Maybe the party that actually carried out this attack wanted to try to draw back the Americans in order to provide that blanket of safety for the upcoming Iraqi elections, but I don't buy into this.

Ahmed Rushdi, Iraqi journalist in Baghdad

The problem with this government is that its only bonus is the security situation, which means a lot worse goes on in Iraq like corruption, insufficient services.

All these issues show the failure of the government but what happened today sends a very clear message regarding the failure of the security situation in Iraq.

No one knows who was behind these attacks, some say they are inside the ruling coalition and they are opponents of al-Maliki [the Iraqi president], saying that the people who led these attacks did so to prove how poor security is in Iraq.

Al-Maliki simply has too many opponents and the Iraqi people are the ones who must suffer from this the most.

Source: Al Jazeera

Wednesday, August 19, 2009
20:23 Mecca time, 17:23 GMT

Deaths in attack on Afghan capital

Three of the armed men who stormed the bank in Kabul were killed in the clash, police say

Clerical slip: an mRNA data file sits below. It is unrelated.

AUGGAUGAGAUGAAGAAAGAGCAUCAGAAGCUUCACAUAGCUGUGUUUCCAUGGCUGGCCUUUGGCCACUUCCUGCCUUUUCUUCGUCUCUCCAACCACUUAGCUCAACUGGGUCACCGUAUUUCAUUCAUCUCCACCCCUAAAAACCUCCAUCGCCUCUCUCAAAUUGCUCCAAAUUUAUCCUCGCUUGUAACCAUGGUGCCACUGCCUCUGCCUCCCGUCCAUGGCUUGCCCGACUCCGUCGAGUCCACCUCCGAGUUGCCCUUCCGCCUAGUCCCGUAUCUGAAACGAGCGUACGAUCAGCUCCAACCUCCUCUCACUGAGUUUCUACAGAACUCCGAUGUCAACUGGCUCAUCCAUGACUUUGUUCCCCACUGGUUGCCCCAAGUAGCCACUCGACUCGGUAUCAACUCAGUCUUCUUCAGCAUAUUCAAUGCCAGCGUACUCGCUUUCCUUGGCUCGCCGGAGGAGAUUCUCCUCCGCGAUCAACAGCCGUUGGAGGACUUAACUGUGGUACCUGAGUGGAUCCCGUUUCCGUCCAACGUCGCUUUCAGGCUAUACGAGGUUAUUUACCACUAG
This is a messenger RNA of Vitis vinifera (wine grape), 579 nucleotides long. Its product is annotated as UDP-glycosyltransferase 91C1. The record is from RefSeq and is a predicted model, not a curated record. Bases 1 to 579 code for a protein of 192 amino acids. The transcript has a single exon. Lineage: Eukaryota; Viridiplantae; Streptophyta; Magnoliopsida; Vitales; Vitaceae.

At least three people have been killed during a gun battle after a number of armed men raided a bank in the Afghan capital, Kabul, a day before the country's national elections.

Afghan authorities initially said the incident on Wednesday was an attempted robbery, but the Taliban quickly claimed responsibility for the attack.

Explosions and gunfire could be heard as police forced their way into the bank to tackle the attackers, witnesses said.

Police said that the dead were members of the group that carried out the raid. Three police officers were injured, they said.

Few people were on the streets around the bank because government ministries and businesses were closed on Wednesday as Afghanistan observed independence day.

Four-hour siege

Al Jazeera's James Bays, reporting from Kabul, said the siege went on for more than four hours before police announced the fighting was over.

"We're told that the gunmen had planted rigged explosives around the building and that's where the policemen were wounded," he said.

"The Taliban says it is their operation. A Taliban spokesman told Al Jazeera there [were] five attackers equipped with suicide vests."